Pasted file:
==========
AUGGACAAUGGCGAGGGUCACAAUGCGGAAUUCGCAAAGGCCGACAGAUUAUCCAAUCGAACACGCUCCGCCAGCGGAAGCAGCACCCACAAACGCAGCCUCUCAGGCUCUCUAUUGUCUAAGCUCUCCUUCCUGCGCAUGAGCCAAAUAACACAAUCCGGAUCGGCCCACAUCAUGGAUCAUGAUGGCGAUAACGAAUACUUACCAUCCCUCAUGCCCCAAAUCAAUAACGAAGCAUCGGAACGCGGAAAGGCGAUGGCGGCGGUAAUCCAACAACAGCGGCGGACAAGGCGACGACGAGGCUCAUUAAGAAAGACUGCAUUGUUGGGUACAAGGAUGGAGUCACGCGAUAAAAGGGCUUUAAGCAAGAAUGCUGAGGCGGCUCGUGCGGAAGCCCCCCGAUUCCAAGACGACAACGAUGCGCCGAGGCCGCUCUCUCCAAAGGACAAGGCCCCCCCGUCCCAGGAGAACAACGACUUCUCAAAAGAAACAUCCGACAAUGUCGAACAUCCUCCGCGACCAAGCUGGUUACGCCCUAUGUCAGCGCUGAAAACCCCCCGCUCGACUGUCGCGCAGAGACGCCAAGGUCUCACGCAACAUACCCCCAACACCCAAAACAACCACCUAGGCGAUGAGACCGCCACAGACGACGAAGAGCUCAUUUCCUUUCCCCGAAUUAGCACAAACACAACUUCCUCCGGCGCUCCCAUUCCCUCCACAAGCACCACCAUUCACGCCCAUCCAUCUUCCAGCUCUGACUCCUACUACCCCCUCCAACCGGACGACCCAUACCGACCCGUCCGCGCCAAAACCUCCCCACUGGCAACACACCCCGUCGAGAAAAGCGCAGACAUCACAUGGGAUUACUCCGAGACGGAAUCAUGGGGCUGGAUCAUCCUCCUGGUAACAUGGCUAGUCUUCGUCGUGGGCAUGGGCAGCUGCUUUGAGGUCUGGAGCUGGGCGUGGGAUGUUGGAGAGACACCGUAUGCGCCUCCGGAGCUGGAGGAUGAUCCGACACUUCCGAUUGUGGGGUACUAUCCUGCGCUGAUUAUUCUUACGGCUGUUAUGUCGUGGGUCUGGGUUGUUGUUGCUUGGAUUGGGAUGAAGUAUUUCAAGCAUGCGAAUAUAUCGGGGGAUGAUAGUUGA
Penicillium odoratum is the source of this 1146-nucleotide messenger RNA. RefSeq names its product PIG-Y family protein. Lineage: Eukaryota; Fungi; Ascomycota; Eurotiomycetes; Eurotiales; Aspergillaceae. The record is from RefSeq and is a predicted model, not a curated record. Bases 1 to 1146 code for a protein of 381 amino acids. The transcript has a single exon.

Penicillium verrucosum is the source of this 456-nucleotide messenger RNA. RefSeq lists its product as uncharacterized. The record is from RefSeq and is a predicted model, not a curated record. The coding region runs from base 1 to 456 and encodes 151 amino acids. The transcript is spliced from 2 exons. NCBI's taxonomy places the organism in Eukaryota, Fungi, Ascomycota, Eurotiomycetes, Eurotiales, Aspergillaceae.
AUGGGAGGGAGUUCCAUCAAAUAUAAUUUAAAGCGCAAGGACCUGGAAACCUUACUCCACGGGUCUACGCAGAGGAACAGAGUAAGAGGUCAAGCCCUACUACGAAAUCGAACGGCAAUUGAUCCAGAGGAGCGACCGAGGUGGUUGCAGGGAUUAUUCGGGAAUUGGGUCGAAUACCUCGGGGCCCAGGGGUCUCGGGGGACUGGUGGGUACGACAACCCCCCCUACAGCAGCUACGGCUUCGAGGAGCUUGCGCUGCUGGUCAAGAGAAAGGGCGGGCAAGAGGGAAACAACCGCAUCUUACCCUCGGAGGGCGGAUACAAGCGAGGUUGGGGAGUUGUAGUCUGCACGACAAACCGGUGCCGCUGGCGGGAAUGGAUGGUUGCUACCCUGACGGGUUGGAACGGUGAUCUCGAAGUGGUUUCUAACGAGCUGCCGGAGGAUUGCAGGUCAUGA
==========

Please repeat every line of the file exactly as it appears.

AUGGACAAUGGCGAGGGUCACAAUGCGGAAUUCGCAAAGGCCGACAGAUUAUCCAAUCGAACACGCUCCGCCAGCGGAAGCAGCACCCACAAACGCAGCCUCUCAGGCUCUCUAUUGUCUAAGCUCUCCUUCCUGCGCAUGAGCCAAAUAACACAAUCCGGAUCGGCCCACAUCAUGGAUCAUGAUGGCGAUAACGAAUACUUACCAUCCCUCAUGCCCCAAAUCAAUAACGAAGCAUCGGAACGCGGAAAGGCGAUGGCGGCGGUAAUCCAACAACAGCGGCGGACAAGGCGACGACGAGGCUCAUUAAGAAAGACUGCAUUGUUGGGUACAAGGAUGGAGUCACGCGAUAAAAGGGCUUUAAGCAAGAAUGCUGAGGCGGCUCGUGCGGAAGCCCCCCGAUUCCAAGACGACAACGAUGCGCCGAGGCCGCUCUCUCCAAAGGACAAGGCCCCCCCGUCCCAGGAGAACAACGACUUCUCAAAAGAAACAUCCGACAAUGUCGAACAUCCUCCGCGACCAAGCUGGUUACGCCCUAUGUCAGCGCUGAAAACCCCCCGCUCGACUGUCGCGCAGAGACGCCAAGGUCUCACGCAACAUACCCCCAACACCCAAAACAACCACCUAGGCGAUGAGACCGCCACAGACGACGAAGAGCUCAUUUCCUUUCCCCGAAUUAGCACAAACACAACUUCCUCCGGCGCUCCCAUUCCCUCCACAAGCACCACCAUUCACGCCCAUCCAUCUUCCAGCUCUGACUCCUACUACCCCCUCCAACCGGACGACCCAUACCGACCCGUCCGCGCCAAAACCUCCCCACUGGCAACACACCCCGUCGAGAAAAGCGCAGACAUCACAUGGGAUUACUCCGAGACGGAAUCAUGGGGCUGGAUCAUCCUCCUGGUAACAUGGCUAGUCUUCGUCGUGGGCAUGGGCAGCUGCUUUGAGGUCUGGAGCUGGGCGUGGGAUGUUGGAGAGACACCGUAUGCGCCUCCGGAGCUGGAGGAUGAUCCGACACUUCCGAUUGUGGGGUACUAUCCUGCGCUGAUUAUUCUUACGGCUGUUAUGUCGUGGGUCUGGGUUGUUGUUGCUUGGAUUGGGAUGAAGUAUUUCAAGCAUGCGAAUAUAUCGGGGGAUGAUAGUUGA
Penicillium odoratum is the source of this 1146-nucleotide messenger RNA. RefSeq names its product PIG-Y family protein. Lineage: Eukaryota; Fungi; Ascomycota; Eurotiomycetes; Eurotiales; Aspergillaceae. The record is from RefSeq and is a predicted model, not a curated record. Bases 1 to 1146 code for a protein of 381 amino acids. The transcript has a single exon.

Penicillium verrucosum is the source of this 456-nucleotide messenger RNA. RefSeq lists its product as uncharacterized. The record is from RefSeq and is a predicted model, not a curated record. The coding region runs from base 1 to 456 and encodes 151 amino acids. The transcript is spliced from 2 exons. NCBI's taxonomy places the organism in Eukaryota, Fungi, Ascomycota, Eurotiomycetes, Eurotiales, Aspergillaceae.
AUGGGAGGGAGUUCCAUCAAAUAUAAUUUAAAGCGCAAGGACCUGGAAACCUUACUCCACGGGUCUACGCAGAGGAACAGAGUAAGAGGUCAAGCCCUACUACGAAAUCGAACGGCAAUUGAUCCAGAGGAGCGACCGAGGUGGUUGCAGGGAUUAUUCGGGAAUUGGGUCGAAUACCUCGGGGCCCAGGGGUCUCGGGGGACUGGUGGGUACGACAACCCCCCCUACAGCAGCUACGGCUUCGAGGAGCUUGCGCUGCUGGUCAAGAGAAAGGGCGGGCAAGAGGGAAACAACCGCAUCUUACCCUCGGAGGGCGGAUACAAGCGAGGUUGGGGAGUUGUAGUCUGCACGACAAACCGGUGCCGCUGGCGGGAAUGGAUGGUUGCUACCCUGACGGGUUGGAACGGUGAUCUCGAAGUGGUUUCUAACGAGCUGCCGGAGGAUUGCAGGUCAUGA